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PhD position at the University of Southampton (U ... (No replies)

1 year ago
Skylaris 1 year ago

PhD studentship: “Realistic simulations of supported metal nanoparticle catalysts”


Department of Chemistry, University of Southampton, UK

and Pacific Northwest National Labs (PNNL), USA


Metal nanoparticles are fascinating materials where effects such as quantum confinement of electrons lead to unique physical properties that are entirely different from the bulk material and find applications in numerous areas such as optics, biodiagnostics and magnetic materials. However, by far the area in which metallic nanoparticles have found most application is in heterogeneous catalysis which is at the core of many modern clean energy technologies such as fuel cells, car catalysts and production of chemicals and fuels from biomass.  Most relevant for catalytic applications are metal nanoparticles in the size regime between 1-10 nm where the transition from “nanoparticle” to “bulk metal” occurs. To accurately explore the chemistry of such nanoparticles we need to describe their electronic structure with first principles quantum mechanical calculations with methods such as Density Functional Theory (DFT). In practice, the metal nanoparticles are not isolated in space but are positioned on a surface (the “support”) of a suitable material such as carbon or alumina. Up to now, with only a few notable exceptions, attempts to simulate these systems either ignored the presence of the support or the support was treated at the classical mechanics level where its electronic effects are not taken into account. However, recent studies from PNNL have shown that there is significant interaction (electronic polarisation and charge transfer) between the support and the nanoparticle, which controls and determines its catalytic behaviour. Realistic simulations of these systems taking into account these important electronic effects are particularly demanding in terms of size and time scales. As a result we feel that, we need to use linear or reduced-scaling approaches that take into account the electronic structure of the support at the same time as the nanoparticle, and this is the main goal of this PhD project. This represents a great challenge but also an opportunity to make an impact in the computational catalyst design field. The simulations in this project will provide an understanding at the atomic level of how different support materials affect the performance of metal nanoparticle catalysts and will be validated against experimental data. Also, model catalytic cycles will be investigated in order to determine the electronic and structural influence of the support on the actual catalytic activity.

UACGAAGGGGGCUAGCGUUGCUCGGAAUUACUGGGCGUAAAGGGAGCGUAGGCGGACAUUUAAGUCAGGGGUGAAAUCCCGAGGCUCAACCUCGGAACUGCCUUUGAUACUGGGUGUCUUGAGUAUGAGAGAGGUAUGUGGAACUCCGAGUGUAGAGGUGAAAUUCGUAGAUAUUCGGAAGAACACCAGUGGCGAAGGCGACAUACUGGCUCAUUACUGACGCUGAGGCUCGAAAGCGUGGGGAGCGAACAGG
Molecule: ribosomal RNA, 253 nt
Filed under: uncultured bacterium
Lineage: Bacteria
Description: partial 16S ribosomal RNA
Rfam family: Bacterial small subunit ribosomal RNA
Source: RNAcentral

This PhD studentship is in collaboration with Pacific Northwest National Laboratory (PNNL), USA who will provide periods of placement at their research laboratories. The research will be jointly supervised by Professor Chris-Kriton Skylaris and PNNL scientists, Drs. V.-A. Glezakou and R. Rousseau. The project will be based at the University of Southampton in the group of Professor Chris-Kriton Skylaris. Applicants should have a good (preferably first or at least 2:1) degree in Chemistry, Physics or related subject and a keen interest in computational chemistry. For further details please contact Professor Chris-Kriton Skylaris ([email protected]). This is a fully-funded PhD studentship open to UK/EU applicants.

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Ab initio (from electronic structure) calculation of complex processes in materials